Sleep is increased in mice with obesity induced by high-fat food

Joe B. Jenkins, Takenori Omori, Zhiwei Guan, Alexandros N. Vgontzas, Edward O. Bixler, Jidong Fang

Research output: Contribution to journalArticlepeer-review

79 Scopus citations

Abstract

Excessive daytime sleepiness has been associated with obesity in humans. However, experimental studies on sleep in obese animals are scarce and the results are not consistent. To test the hypothesis that obesity is associated with increased sleep, we examined the effects of obesity, induced by high-fat food, on sleep in mice. We first determined baseline sleep in adult C57BL/6 mice (6 months of age). In the following 6 weeks, the experimental mice (n = 12) were switched to high-fat food, in which fat provided 59% of calories, and the control mice (n = 11) were continuously fed with regular lab chows, in which fat provided 16% of calories. The body weights increased steadily in the high-fat group, but maintained constant in the controls. Wakefulness was reduced when assessed after 2, 4, and 6 weeks of high-fat feeding. Concurrently, there were large increases (about 80-100 min/day) in non-rapid eye movement sleep (NREMS). Rapid eye movement sleep (REMS) was not altered. The numbers of NREMS and REMS episodes were increased, whereas the duration of waking episodes was reduced, mainly during the dark period. These alterations in sleep were not observed in the controls. In the high-fat group, the increases of body weight, but not the amounts of energy intake, were negatively correlated with the change in the amounts of wakefulness and positively correlated with the change in the amounts of NREMS. These results indicate that the obese animals have increased sleep pressure and difficulties in maintaining wakefulness during the active phase.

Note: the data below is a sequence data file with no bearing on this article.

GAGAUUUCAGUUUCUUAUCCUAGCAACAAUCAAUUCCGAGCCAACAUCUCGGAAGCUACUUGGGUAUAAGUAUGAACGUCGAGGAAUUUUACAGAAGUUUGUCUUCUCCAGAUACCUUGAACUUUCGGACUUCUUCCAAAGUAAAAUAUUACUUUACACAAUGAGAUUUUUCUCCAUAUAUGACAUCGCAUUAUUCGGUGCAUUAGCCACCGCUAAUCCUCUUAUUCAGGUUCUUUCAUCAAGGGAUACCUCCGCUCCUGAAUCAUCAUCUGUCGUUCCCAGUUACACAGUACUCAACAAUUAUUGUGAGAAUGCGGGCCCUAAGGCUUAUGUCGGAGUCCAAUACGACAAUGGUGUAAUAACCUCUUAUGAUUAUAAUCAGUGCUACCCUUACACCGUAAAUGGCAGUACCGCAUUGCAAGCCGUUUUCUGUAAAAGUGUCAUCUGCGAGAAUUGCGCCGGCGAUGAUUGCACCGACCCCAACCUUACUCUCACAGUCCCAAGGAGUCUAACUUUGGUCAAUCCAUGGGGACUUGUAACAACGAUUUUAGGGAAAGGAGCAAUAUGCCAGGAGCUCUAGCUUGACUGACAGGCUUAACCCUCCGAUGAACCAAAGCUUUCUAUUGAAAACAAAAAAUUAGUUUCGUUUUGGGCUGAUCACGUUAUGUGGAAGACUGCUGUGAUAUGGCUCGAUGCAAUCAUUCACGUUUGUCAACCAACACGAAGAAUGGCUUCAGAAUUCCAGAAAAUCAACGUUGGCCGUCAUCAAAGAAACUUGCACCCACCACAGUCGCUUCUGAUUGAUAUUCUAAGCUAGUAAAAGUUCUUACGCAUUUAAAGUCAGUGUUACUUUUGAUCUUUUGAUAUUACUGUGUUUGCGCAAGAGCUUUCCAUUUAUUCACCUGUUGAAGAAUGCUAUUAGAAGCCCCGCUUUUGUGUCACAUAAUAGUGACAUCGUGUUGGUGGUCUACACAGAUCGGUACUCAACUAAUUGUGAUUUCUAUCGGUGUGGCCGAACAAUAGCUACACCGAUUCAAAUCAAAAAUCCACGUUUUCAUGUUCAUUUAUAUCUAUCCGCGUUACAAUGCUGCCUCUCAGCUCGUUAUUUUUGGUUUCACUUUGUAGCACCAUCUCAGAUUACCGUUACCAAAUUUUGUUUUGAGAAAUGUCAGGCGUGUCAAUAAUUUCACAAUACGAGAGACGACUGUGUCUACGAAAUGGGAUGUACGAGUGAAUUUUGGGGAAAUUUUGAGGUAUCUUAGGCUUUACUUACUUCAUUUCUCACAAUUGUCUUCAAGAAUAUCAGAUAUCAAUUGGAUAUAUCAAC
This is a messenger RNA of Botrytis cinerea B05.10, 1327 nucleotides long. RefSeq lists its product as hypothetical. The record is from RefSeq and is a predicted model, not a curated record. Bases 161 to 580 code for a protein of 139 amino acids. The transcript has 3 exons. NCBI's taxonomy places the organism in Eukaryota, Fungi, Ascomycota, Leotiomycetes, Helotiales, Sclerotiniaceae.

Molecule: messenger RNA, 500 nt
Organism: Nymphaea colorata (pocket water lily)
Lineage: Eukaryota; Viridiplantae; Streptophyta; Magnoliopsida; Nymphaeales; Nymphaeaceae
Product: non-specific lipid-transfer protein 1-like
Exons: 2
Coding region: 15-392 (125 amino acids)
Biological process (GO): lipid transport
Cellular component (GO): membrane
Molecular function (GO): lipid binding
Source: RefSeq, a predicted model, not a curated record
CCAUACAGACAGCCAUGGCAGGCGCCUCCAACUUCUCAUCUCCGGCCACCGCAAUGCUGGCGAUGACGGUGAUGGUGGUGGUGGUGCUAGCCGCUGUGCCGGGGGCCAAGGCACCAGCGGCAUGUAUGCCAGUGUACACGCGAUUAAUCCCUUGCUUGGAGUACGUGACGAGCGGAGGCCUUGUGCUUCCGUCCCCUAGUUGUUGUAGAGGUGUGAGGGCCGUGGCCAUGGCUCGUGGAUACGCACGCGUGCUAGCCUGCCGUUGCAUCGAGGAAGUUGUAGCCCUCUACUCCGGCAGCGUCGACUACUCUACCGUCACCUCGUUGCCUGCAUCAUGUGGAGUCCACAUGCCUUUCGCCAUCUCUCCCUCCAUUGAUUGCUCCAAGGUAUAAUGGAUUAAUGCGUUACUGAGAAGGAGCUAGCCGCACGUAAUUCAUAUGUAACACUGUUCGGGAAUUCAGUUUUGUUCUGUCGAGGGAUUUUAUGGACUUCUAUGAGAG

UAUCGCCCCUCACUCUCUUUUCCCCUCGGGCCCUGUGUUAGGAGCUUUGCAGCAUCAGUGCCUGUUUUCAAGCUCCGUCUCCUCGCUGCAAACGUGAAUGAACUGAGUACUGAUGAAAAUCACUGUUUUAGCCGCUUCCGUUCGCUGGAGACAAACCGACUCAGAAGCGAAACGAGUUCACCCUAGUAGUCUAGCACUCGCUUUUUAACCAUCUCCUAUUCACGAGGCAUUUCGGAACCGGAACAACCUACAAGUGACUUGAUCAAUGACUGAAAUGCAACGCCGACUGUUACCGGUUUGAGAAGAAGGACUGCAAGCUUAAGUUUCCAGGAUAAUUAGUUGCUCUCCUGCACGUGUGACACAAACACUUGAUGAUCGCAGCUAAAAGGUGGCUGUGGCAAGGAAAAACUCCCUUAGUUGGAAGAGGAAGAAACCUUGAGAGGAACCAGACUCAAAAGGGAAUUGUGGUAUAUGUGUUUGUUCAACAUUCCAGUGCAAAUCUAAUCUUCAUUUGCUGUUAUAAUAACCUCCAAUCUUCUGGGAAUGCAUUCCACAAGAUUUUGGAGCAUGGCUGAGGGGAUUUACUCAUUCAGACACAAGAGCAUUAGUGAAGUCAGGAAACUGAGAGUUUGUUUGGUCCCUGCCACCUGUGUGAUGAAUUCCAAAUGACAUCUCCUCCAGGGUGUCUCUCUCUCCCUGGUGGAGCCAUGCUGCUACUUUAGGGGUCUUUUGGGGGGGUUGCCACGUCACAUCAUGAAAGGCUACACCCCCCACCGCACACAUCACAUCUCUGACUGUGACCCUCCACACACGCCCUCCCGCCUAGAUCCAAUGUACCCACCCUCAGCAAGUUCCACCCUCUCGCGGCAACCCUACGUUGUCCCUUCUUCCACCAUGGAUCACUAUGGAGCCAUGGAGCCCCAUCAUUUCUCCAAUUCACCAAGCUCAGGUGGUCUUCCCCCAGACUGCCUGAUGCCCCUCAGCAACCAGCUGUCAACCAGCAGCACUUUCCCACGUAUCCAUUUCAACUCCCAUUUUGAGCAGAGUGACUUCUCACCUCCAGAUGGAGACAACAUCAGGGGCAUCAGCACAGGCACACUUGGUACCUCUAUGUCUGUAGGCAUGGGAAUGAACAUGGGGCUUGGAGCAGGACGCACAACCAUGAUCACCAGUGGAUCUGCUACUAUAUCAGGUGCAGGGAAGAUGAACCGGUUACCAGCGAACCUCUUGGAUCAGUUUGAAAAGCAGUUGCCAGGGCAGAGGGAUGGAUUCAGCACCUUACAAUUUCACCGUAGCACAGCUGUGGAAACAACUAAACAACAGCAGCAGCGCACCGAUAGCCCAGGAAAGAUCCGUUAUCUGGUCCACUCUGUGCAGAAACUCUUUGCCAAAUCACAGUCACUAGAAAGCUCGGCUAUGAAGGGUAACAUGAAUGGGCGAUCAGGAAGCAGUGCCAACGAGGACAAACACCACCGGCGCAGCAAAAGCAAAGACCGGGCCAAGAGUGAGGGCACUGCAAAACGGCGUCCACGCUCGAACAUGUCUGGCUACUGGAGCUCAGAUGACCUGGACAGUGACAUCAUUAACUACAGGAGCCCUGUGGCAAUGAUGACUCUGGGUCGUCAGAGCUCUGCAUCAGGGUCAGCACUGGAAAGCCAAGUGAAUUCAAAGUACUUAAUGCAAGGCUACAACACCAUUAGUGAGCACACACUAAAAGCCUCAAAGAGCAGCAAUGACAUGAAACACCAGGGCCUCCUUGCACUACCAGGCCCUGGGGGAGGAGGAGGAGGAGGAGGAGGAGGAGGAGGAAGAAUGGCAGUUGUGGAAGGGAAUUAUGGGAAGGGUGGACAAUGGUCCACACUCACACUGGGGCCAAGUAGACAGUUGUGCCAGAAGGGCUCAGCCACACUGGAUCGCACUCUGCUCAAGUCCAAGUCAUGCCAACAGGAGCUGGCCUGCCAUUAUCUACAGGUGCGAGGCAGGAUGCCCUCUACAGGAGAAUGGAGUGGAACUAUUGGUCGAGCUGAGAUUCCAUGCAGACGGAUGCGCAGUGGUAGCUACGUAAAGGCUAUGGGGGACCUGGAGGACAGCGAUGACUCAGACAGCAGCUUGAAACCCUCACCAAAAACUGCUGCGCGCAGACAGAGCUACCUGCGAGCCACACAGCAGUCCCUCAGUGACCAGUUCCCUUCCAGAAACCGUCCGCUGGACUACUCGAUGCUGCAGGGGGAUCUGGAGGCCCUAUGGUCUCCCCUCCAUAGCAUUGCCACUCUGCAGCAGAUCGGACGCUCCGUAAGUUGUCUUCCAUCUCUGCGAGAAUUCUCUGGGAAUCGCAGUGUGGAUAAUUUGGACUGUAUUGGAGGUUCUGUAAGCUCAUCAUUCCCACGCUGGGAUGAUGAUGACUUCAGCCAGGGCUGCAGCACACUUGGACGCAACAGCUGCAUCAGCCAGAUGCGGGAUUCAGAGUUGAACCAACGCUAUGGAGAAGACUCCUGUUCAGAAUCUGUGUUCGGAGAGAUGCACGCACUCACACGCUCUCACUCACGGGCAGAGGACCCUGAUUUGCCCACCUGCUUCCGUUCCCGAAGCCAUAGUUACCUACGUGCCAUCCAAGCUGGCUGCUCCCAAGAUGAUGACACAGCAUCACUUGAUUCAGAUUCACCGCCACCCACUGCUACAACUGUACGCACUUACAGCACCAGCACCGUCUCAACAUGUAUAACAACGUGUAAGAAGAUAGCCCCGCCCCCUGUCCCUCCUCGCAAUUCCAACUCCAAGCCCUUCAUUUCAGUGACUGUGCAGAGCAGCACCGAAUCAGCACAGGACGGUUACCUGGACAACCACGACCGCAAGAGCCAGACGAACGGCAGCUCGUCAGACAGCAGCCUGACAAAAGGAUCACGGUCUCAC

Original languageEnglish (US)
Pages (from-to)255-262
Number of pages8
JournalPhysiology and Behavior
Volume87
Issue number2
DOIs
StatePublished - Feb 28 2006

All Science Journal Classification (ASJC) codes

  • Experimental and Cognitive Psychology
  • Behavioral Neuroscience

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